Transient astronomical event

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A transient astronomical event, often shortened by astronomers to a transient, is an astronomical object or phenomenon whose duration may be from seconds to days, weeks or even several years. This is in contrast to the time scale of millions or billions of years during which the galaxies and their component stars in our universe have evolved. Singularly, the term is used for violent deep sky events such as supernovae , gamma ray bursts, transit, gravitational microlensing,[1] Tidal disruption event etc.

Before the invention of telescopes, events like these which were visible to the naked eye, from within or near the Milky Way Galaxy, were very rare - sometimes hundreds of years part. But such events were recorded in antiquity, such as the supernova in 1054 observed by Chinese, Japanese, and Arab astronomers, and the one in 1572, known as "Tychos's supernova" after Tycho Brahe who studied it until it faded after two years.[2] Even though telescopes made it possible to see more distant events, their small fields of view, typically less than 1 square degree, meant the chances of looking at the right place at the right time were low.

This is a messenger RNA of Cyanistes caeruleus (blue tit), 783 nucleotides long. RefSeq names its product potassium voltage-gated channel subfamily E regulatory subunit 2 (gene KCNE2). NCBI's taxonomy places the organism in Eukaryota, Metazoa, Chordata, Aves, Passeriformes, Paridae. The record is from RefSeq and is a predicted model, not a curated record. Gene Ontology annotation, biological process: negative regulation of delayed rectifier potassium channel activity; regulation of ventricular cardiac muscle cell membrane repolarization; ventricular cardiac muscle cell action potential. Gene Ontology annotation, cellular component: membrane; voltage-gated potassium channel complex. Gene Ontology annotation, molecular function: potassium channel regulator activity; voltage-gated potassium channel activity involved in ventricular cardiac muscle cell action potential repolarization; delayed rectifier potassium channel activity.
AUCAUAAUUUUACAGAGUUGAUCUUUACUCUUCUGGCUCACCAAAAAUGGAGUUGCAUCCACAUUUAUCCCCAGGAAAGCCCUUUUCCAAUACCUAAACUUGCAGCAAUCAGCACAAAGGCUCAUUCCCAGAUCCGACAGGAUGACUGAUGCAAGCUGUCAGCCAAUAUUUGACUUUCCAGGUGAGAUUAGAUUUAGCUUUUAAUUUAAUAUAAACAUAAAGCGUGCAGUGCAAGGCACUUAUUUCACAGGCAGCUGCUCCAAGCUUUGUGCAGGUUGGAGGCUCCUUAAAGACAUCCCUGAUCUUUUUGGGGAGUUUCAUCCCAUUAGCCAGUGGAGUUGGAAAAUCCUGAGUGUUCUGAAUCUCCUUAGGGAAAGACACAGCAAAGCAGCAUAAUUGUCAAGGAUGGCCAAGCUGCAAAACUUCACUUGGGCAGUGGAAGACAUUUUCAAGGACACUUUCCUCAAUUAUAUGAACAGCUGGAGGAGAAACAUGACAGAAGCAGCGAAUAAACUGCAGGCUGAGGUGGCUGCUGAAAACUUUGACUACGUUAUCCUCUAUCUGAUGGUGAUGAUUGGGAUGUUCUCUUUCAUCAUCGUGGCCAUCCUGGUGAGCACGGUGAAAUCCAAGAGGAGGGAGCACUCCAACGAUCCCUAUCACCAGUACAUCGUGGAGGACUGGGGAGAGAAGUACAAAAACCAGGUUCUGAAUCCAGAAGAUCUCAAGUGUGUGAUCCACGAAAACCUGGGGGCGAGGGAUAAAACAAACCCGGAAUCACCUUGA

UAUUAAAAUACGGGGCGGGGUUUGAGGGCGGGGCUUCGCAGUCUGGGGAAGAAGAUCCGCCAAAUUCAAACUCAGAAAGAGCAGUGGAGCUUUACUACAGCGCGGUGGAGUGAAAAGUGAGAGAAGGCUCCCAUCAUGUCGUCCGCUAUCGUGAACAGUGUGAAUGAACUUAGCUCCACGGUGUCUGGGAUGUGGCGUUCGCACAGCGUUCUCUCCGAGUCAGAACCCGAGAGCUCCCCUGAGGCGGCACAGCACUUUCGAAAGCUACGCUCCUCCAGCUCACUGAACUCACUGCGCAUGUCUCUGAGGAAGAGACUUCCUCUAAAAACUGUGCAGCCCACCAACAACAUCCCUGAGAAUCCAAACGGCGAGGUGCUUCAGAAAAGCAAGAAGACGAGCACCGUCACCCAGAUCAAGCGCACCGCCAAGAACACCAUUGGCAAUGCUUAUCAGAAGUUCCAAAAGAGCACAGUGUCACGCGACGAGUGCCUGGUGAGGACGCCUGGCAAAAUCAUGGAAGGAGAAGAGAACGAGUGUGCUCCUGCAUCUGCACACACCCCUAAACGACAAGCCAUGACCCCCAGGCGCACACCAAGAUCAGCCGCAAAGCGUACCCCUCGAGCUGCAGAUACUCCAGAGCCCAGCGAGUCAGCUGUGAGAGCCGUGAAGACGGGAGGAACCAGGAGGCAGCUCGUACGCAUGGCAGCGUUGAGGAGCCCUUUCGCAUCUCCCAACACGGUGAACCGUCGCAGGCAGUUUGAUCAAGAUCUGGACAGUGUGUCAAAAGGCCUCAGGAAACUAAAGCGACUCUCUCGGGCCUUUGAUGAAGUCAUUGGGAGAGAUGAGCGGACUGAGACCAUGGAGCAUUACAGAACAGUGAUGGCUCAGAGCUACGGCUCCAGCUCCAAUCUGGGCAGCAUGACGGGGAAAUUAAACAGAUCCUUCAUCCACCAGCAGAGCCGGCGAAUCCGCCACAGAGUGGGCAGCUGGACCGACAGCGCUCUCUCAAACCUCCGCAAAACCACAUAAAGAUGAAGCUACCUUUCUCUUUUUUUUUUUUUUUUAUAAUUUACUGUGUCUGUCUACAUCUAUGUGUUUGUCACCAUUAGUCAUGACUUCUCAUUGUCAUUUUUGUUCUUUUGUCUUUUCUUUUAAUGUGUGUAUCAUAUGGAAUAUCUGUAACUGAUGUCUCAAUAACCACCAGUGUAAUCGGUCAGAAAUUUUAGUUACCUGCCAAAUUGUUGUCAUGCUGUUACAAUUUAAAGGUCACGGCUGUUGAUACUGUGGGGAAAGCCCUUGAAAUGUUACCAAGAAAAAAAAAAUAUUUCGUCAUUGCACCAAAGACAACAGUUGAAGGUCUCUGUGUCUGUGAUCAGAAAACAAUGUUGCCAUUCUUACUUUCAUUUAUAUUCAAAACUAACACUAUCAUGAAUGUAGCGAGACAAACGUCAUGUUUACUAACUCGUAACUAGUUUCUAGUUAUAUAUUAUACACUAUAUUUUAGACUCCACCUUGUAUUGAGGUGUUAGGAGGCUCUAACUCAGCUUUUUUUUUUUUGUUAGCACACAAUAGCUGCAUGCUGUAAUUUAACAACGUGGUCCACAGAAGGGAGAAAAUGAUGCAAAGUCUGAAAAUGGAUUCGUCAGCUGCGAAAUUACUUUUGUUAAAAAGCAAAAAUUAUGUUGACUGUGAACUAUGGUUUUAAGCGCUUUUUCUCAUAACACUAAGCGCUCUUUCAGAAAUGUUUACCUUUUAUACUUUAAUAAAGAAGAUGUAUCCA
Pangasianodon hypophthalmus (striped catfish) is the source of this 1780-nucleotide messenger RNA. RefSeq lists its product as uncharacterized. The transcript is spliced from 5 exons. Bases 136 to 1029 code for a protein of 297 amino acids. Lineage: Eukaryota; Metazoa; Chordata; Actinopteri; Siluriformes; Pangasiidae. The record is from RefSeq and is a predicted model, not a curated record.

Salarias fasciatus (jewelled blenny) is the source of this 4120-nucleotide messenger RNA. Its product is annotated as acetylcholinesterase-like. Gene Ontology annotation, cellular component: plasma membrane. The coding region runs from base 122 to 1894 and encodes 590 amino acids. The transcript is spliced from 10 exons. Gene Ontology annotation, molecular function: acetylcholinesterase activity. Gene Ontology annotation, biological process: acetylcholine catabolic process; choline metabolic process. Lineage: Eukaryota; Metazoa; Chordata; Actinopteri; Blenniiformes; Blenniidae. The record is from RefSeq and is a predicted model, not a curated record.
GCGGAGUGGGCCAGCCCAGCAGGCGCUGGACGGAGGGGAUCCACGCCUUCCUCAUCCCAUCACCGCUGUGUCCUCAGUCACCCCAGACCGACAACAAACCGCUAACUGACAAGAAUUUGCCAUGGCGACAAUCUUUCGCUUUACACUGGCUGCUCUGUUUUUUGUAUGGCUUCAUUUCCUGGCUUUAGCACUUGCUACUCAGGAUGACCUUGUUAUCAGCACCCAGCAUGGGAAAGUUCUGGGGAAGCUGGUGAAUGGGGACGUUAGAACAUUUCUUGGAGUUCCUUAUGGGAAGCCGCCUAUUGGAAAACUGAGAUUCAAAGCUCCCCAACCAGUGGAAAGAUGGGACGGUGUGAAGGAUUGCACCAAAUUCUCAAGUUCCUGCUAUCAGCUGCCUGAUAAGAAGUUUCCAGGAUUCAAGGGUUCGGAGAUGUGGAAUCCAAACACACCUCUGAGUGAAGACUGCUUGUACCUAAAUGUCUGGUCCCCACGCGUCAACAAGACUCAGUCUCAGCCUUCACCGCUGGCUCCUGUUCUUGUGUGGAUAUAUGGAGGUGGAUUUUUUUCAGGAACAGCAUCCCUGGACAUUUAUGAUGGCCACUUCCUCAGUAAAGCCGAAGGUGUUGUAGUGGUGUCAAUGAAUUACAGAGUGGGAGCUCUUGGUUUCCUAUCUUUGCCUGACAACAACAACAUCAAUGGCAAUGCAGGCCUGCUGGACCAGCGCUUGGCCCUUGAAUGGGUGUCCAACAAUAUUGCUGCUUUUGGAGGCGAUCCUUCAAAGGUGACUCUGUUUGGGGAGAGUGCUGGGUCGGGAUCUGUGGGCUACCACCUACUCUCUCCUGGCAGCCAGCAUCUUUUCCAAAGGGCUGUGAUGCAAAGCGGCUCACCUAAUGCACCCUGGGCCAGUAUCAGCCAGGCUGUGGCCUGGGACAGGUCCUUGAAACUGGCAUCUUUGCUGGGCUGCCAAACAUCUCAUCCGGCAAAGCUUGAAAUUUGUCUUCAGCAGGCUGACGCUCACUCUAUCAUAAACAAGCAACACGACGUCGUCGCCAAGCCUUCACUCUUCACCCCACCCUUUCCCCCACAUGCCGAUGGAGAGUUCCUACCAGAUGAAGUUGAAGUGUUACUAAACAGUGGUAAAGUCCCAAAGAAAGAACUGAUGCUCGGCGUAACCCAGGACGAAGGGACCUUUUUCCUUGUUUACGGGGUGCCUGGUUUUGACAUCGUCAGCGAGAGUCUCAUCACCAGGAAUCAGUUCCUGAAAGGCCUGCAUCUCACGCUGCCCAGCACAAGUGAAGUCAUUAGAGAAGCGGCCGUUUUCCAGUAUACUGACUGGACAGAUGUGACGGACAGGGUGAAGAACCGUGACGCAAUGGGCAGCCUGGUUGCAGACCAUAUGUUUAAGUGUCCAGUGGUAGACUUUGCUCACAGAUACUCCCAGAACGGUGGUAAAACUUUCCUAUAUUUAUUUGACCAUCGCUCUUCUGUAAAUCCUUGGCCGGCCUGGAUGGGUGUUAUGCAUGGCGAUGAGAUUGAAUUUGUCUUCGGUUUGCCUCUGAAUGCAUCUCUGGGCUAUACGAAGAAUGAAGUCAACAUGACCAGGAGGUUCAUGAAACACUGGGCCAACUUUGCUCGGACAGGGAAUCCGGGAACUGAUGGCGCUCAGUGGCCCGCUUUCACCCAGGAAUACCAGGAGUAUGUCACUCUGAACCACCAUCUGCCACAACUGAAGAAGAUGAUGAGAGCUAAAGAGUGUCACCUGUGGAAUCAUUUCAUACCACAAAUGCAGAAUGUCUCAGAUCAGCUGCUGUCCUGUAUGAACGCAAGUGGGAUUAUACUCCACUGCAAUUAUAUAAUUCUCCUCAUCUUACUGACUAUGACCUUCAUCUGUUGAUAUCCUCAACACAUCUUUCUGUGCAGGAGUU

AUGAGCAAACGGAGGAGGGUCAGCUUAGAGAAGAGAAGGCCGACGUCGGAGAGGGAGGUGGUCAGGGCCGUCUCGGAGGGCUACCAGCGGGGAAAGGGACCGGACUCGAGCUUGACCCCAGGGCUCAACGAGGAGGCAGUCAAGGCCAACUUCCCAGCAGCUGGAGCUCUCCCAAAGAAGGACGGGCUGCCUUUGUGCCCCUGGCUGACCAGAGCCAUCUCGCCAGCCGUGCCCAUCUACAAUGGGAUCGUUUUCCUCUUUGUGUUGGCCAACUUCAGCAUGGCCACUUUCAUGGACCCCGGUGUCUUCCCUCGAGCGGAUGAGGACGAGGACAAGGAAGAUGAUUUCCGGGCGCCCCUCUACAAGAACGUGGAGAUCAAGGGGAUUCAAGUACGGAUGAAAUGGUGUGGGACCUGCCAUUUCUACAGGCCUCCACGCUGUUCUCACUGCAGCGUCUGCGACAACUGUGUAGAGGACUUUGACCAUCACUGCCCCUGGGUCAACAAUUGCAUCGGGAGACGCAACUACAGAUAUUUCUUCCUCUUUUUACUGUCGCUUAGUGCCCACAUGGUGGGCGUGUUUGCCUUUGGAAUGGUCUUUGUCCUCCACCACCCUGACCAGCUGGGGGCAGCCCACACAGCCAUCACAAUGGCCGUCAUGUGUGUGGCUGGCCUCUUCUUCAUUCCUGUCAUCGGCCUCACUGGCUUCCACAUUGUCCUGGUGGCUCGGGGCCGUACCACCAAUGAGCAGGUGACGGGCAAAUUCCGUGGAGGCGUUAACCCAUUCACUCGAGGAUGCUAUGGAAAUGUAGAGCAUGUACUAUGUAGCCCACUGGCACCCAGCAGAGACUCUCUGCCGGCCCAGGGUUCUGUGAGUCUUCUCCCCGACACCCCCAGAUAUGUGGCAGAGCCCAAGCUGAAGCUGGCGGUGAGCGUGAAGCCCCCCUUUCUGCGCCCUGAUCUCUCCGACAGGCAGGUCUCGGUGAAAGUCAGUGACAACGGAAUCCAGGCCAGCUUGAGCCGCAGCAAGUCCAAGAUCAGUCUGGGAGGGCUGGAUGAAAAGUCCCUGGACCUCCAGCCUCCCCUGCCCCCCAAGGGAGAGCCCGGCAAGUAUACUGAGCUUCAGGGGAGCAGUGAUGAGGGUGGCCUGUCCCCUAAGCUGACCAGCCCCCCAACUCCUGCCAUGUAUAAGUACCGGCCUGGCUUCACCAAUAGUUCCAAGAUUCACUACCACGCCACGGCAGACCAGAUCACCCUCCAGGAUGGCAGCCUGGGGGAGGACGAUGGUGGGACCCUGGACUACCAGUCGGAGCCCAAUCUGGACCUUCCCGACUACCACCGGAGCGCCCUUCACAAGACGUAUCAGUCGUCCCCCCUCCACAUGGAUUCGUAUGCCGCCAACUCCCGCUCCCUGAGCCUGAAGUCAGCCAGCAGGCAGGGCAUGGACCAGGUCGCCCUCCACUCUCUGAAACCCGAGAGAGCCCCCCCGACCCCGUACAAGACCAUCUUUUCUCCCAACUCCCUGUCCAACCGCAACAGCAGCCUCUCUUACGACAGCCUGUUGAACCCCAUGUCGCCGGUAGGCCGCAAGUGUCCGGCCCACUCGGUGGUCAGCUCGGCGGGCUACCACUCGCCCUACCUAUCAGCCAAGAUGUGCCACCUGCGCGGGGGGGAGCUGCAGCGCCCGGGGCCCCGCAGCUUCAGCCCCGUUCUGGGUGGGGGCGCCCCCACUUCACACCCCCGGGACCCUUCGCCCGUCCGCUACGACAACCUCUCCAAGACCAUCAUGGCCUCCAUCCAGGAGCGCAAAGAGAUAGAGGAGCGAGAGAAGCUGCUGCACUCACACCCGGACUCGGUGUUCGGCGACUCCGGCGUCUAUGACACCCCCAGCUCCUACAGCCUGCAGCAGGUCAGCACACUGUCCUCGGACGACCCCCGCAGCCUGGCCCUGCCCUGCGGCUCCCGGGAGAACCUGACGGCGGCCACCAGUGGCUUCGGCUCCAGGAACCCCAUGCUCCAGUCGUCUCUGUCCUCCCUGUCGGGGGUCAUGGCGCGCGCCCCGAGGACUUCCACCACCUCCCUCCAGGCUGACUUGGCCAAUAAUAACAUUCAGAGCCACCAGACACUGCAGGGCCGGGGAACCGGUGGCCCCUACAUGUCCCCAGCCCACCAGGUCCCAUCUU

As the interest in transients has intensified,[2] because their study helps astrophysicists to understand the mechanisms which produced our universe, telescopes with larger fields of view are coming into use. These, such as the Palomar Transient Factory, the Gaia (spacecraft) and the LSST are able to spot many more such occurrences. The fact that modern instruments can observe in wavelengths invisible to the eye (radio waves, infrared, ultraviolet, x-ray) increases the information to be obtained when a transient is studied. The proposed ULTRASAT satellite will observe a field of more than 200 square degrees continuously in the ultraviolet. This wavelength is particularly important for detecting supernovae within minutes of their occurrence.

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References[edit]

  1. ^ Schmidt, Brian (20 April 2012). "Optical Transient Surveys". Proceedings of the International Astronomical Union 7 (S285): 9–10. doi:10.1017/S1743921312000129. 
  2. ^ a b Lecture by Prof. Carolin Crawford, 2014, “The Transient Universe”

Further reading[edit]

Gezari et al, 2013,"The GALEX Time Domain Survey", The Astrophysical Journal, Volume 766, Issue 1, article id. 60

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